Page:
Naif Souq: Risen from the ashes
For a traditional Arabic fabric market that was destroyed in a fire in April 2008, Naif Souq seems to have regained a significant chunk of its former glory.
Starting with the structure of the building, the authorities have done a fine job of restoring the look and feel of an older era, much before more westernised shopping malls such as Mall of the Emirates and The Dubai Mall took centre stage. The older feel holds true despite certain merchants who gripe about the complex still being a ‘box/cabin’ market on account of the cubicle size of most shops.
At the entrance of the mall, a marble plaque states its earlier inauguration date as 1970 and the post-fire date as 2010. The building has been designed evidently to evoke the sense of history and tradition that was prevalent in the earlier structure. The camel-coloured edifice with arches is one of the tributes to Islamic architecture.
Even right outside the souq, shops speckle the streets, and one can tell from their names that they mostly all deal in clothes: Hassan Ismail Abdullah, Maknas textiles, Salalah Textiles, Readymade garments — all near gate number 3, with merchants beckoning prospective shoppers to snap up the best deals.
The new-old marketplace has revamped facilities. There are 218 shops in the air-conditioned, modernised souq. There is space for 100 cars to park. And there are three levels selling everything from faux-leather bags, baby clothes, toys, abayas, scarves, nighties and jellabiyas (one piece traditional Egyptian garment) to pashminas, sunglasses and flat shoes from China.
While predominantly a clothing and textile hub, there is enough for it to be an intriguing sightseeing spot for both tourists and locals alike, looking for more than just clothes.
Bargaining is big in Naif Souq. Scarves with printed motifs of tech company Apple’s famous icon selling for Dh15, but coming down to Dh10 the moment you move on to the next shop. Cries of “Yes Madam, I give good price” resonate on the mosaic floors.
Another major attraction seems to be the selling of bukhoor — wood and brick chips soaked in deeply fragrant oils — that, as the shopkeepers tell you, are used to sweeten the smell of burning coal. Bukhoor holders come in various shapes and sizes and cost anything up from Dh15 to Dh300.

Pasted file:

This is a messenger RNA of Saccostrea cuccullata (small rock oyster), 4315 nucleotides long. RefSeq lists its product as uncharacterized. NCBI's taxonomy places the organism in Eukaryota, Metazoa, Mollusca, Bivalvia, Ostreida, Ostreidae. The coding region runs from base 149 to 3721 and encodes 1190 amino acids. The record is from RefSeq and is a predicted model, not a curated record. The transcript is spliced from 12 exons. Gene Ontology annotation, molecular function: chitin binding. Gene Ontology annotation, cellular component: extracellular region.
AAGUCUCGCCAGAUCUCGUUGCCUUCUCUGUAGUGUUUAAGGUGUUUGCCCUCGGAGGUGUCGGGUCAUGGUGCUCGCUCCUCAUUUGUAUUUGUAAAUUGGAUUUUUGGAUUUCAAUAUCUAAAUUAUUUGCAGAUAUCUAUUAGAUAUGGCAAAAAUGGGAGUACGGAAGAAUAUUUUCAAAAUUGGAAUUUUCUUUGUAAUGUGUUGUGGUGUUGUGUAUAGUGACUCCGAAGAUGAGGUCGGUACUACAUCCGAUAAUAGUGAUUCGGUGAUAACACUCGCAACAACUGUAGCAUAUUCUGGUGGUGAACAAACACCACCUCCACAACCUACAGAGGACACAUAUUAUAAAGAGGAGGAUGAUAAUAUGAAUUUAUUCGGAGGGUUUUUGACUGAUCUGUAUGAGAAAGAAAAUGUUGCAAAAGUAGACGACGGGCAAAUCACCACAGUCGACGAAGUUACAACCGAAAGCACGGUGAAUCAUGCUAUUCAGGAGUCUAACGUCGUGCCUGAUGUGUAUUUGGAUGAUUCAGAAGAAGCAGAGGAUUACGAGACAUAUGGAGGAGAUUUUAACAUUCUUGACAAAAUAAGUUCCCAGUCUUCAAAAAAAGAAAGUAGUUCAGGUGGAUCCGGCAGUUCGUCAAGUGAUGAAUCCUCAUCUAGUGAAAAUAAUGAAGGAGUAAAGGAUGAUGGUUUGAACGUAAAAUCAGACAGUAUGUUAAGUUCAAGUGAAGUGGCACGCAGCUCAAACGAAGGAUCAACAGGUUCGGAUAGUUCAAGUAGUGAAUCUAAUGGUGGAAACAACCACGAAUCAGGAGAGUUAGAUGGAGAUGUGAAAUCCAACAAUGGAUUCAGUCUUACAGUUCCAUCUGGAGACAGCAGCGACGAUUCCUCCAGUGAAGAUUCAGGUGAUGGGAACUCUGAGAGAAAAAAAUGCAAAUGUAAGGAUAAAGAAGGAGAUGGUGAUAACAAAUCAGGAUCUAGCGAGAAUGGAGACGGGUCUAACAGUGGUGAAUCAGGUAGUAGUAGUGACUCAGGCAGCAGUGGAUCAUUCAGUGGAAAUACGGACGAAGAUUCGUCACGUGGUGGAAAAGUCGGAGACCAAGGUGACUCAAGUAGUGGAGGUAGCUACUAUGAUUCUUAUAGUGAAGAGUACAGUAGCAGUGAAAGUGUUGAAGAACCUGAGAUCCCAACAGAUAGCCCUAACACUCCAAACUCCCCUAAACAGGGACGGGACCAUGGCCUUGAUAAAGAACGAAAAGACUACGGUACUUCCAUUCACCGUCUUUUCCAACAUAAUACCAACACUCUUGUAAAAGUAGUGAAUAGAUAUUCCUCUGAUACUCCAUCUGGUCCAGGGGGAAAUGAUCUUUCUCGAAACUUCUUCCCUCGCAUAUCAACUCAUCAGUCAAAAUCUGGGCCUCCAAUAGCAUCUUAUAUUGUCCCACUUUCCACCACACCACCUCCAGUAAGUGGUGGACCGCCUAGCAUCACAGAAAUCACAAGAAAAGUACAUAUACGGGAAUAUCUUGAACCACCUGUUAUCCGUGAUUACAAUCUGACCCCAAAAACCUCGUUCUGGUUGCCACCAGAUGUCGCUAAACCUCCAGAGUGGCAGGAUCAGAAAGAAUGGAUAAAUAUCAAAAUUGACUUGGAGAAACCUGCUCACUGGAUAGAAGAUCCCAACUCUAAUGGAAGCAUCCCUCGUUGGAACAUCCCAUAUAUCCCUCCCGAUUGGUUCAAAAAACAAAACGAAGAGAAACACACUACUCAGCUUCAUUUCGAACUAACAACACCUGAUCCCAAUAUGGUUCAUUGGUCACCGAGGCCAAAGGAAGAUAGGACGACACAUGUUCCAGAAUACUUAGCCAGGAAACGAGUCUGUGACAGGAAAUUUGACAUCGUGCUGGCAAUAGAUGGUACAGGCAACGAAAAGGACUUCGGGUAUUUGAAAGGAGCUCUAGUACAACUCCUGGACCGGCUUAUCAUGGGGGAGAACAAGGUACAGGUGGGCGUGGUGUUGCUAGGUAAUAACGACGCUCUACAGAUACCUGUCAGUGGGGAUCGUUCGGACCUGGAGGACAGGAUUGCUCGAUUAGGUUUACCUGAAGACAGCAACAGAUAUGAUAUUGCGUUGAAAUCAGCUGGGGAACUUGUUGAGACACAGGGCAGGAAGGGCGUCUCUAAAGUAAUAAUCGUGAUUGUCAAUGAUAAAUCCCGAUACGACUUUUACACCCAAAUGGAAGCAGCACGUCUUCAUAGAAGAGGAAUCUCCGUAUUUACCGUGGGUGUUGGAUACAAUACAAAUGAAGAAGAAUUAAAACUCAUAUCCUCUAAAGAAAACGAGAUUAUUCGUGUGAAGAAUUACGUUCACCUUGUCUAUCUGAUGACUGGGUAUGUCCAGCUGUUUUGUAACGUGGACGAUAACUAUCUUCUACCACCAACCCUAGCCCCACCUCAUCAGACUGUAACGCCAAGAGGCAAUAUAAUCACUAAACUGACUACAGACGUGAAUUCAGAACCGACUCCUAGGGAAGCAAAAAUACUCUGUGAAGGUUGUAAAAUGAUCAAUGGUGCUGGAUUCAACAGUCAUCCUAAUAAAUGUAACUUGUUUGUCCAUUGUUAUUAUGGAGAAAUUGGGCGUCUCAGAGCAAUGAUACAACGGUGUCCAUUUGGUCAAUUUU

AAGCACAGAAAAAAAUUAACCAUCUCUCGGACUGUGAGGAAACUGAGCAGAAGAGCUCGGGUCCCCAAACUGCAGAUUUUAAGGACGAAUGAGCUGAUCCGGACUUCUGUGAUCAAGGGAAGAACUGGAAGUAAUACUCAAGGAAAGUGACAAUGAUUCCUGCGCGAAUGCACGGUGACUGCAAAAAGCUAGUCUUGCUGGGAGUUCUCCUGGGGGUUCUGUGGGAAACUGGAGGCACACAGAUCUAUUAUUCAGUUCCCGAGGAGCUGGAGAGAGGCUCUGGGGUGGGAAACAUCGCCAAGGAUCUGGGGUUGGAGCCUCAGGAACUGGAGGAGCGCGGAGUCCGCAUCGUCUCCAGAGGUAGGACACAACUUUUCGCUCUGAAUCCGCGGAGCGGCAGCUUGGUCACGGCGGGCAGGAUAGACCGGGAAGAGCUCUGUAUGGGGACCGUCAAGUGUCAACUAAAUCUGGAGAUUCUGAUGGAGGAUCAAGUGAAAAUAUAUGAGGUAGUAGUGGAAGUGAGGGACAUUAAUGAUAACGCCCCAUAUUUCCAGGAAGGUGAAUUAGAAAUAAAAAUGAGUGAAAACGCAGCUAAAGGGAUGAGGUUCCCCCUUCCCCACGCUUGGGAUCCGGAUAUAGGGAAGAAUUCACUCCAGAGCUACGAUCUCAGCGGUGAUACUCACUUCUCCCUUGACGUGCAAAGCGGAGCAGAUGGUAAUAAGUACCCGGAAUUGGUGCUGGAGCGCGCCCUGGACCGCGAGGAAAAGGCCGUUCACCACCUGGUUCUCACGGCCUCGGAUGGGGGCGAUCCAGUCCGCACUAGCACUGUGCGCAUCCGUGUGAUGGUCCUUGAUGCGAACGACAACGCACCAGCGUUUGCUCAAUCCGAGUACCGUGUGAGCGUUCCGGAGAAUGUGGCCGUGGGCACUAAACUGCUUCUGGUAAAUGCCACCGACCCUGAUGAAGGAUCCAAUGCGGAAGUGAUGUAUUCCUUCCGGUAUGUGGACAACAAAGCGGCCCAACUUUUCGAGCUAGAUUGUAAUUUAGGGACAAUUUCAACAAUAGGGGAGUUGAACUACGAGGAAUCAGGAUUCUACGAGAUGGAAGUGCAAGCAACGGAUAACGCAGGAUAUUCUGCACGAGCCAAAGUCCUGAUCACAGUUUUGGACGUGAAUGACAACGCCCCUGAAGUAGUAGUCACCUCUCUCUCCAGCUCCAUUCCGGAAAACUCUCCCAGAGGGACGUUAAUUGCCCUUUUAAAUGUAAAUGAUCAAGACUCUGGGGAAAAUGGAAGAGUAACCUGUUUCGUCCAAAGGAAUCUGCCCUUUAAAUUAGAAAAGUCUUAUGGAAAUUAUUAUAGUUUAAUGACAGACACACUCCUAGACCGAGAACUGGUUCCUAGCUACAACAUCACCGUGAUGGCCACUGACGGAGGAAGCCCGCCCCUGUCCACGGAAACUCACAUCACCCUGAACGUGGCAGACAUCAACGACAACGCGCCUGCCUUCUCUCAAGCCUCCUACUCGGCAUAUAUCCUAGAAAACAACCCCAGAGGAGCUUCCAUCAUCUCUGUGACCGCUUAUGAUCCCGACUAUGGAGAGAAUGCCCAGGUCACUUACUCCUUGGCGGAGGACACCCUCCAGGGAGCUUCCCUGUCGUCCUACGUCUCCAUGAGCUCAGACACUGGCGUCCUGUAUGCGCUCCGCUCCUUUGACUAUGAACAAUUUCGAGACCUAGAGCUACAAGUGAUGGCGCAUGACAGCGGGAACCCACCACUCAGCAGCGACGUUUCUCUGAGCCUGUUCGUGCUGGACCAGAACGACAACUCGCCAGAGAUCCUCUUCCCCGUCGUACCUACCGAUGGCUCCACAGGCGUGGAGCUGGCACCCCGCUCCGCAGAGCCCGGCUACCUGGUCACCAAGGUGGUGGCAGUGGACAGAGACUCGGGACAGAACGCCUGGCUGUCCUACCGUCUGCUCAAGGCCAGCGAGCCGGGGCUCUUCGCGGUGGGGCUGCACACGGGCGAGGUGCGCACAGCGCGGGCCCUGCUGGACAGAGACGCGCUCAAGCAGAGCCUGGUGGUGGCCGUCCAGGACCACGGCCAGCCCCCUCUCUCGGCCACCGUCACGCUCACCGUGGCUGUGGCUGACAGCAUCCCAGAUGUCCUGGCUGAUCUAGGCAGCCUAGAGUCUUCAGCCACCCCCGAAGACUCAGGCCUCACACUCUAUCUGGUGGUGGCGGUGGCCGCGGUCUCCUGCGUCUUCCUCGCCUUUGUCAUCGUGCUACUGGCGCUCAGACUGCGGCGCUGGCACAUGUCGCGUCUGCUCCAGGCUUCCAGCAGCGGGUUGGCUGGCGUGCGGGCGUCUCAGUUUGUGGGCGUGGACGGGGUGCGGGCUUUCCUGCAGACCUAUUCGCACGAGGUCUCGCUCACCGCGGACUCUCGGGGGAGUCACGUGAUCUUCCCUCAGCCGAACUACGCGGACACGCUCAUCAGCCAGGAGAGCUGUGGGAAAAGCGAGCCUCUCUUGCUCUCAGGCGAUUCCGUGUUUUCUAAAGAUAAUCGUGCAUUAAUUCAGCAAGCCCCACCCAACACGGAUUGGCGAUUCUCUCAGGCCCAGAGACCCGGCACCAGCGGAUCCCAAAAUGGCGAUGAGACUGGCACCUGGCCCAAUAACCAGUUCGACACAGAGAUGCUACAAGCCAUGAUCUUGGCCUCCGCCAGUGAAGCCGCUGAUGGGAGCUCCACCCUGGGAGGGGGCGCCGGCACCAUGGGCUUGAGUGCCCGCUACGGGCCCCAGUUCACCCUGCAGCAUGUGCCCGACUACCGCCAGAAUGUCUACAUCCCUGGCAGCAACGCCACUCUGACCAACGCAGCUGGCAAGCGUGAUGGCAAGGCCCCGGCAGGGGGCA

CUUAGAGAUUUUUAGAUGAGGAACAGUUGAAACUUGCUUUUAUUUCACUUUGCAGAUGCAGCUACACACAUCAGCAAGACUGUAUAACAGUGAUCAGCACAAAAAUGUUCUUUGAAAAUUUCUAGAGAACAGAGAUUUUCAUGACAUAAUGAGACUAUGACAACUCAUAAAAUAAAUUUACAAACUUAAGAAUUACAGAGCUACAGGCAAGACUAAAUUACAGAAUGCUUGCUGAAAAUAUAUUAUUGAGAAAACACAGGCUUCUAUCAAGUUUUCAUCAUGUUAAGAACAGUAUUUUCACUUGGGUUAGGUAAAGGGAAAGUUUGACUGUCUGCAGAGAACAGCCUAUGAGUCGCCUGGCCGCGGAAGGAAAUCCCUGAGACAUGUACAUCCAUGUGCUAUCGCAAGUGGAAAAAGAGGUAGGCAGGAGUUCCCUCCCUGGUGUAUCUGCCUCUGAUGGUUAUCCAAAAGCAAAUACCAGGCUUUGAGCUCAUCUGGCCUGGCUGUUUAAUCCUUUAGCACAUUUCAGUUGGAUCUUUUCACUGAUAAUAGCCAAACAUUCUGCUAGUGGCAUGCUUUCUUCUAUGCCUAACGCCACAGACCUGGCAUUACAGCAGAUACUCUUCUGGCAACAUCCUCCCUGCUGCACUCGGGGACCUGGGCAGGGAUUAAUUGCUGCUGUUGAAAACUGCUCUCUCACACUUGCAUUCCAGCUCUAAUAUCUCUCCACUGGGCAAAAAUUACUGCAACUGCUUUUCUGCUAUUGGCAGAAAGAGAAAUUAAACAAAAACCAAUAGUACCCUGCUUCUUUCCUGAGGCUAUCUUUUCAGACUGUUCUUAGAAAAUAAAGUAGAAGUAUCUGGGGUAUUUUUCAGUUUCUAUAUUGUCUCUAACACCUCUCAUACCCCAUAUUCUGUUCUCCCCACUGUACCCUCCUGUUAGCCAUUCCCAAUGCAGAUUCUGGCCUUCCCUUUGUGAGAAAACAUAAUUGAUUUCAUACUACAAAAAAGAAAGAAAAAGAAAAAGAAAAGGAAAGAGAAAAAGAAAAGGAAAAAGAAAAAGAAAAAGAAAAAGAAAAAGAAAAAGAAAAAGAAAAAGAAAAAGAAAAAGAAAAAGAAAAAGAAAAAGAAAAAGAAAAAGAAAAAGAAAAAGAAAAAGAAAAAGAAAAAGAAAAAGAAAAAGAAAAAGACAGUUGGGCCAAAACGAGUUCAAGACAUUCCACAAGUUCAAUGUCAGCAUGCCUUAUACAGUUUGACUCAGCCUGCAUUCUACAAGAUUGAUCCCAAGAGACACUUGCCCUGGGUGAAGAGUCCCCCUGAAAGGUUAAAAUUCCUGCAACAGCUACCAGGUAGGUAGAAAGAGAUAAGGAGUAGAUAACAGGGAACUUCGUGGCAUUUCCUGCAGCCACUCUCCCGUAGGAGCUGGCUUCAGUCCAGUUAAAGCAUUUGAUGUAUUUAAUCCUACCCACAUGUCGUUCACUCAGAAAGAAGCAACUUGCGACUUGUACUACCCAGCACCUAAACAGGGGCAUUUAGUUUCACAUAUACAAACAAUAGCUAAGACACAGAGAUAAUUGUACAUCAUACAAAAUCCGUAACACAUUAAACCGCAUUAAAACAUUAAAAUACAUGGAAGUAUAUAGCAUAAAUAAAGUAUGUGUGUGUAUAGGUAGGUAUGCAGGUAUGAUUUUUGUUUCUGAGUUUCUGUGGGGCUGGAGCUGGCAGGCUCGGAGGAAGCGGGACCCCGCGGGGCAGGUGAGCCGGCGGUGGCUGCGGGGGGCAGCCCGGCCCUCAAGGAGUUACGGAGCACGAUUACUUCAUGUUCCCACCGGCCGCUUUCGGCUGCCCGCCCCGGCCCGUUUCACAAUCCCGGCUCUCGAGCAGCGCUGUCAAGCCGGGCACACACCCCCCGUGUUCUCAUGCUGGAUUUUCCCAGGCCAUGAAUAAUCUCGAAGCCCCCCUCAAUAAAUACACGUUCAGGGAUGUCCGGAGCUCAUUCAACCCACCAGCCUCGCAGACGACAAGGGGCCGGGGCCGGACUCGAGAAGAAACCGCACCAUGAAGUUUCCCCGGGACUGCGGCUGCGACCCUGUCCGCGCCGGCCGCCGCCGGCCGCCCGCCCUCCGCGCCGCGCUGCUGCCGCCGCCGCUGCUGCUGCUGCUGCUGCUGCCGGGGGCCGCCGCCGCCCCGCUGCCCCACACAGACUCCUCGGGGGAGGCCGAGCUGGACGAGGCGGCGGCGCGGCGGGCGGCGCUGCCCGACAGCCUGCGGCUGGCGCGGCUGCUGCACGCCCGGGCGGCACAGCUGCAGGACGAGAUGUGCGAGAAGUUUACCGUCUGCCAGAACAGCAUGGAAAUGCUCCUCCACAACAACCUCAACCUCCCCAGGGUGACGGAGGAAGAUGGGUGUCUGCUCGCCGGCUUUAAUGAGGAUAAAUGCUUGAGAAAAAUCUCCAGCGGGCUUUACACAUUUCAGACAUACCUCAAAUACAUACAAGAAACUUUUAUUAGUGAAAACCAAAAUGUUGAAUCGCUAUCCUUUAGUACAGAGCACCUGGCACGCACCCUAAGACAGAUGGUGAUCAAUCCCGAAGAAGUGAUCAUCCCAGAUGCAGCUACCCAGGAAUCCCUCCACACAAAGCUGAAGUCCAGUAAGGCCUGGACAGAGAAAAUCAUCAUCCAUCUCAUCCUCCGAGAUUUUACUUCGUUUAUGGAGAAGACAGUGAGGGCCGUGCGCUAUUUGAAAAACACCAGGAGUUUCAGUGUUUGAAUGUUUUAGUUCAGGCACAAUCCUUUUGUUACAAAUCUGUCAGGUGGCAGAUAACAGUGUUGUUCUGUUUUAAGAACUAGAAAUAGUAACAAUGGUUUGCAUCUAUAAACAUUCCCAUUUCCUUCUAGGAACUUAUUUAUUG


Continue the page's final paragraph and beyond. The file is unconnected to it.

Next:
An ubiquitous bukhoor burner is the ceramic figure of a shaikh wearing a red gutraah (headdress) and yellow goggles, and its feminine counterpart, a woman in a black abaya, both figures holding a container for the bukhoor.
Abdul Dahri, a merchant from Paktika in Afghanistan, who has been in Naif for nine years, remembers the fire that caused him much pain as his business suffered and he had to cut down from three meals to two a day because he couldn’t afford naan. As he tries to sell abayas to every woman who crosses his path, even those who don’t wear abayas, he makes a plea: business is not good. He hasn’t had a sale all day and is willing to slash the price of any piece of clothing you pick from his ground-floor ‘box’ shop. The price of an abaya ranges anything from Dh50 to Dh1,000, depending on the cloth, cut and design.
Copyright issues are evidently overseen as a ‘Bin and Jerry’ ice cream counter near the escalator on the first floor attracts a crowd of teenagers. The manager at the ice cream parlour, unwilling to be named, has his own take on the taste buds of people from different regions. People from India like butterscotch, people from Pakistan like coffee, and South Africans order mostly mixed fruit flavour. Plan your visit to Naif Souk and a wealth of other attractions, well-known and undiscovered, using our Dubai trip planning app .
Tours To Naif Souk
Dubai Evening Shopping Tour BOOK WITH VIATOR FROM $65
Duration: 5 hours
Street Photography Tour BOOK WITH VIATOR FROM $5
Duration: 3 hours 30 minutes
Naif Souk Reviews
We took the metro and the walk to the souk from the metro was really bad!! The streets were not clean and the souk was not worth the effort. Definitely a skip for future visits. more »
We went to this market to shop for some Abayas as last minute souvenirs. Although it had more selection as compared to the textile market, the shop owners here are quite aggressive and some are out... more »
This the best place to buy clothes and fashion. Shoes, perfumes,home furniture, Electronic and much more. All at affordable price and the products are very good quality and new styles too. This market well known because of it's good prices and good quality. Most people living in Dubai and nearby Know this is the best place where you can shop with the cheapest prices and good quality. Many products are not available elsewhere too many shops here. This place is well organized and nice atmosphere here. Parking available in this market and bus route is nearby.too many Taxi are available here . I wish you all a great time and happiness
This is the best pace to come for women's Islamic clothing. Abayas, scarves, gowns. Shop after shop selling them, inside the souk and around the area. Basically knock off around half the price. He starts 120, you say 70. Be prepared to walk, and they will accept 90 easily.
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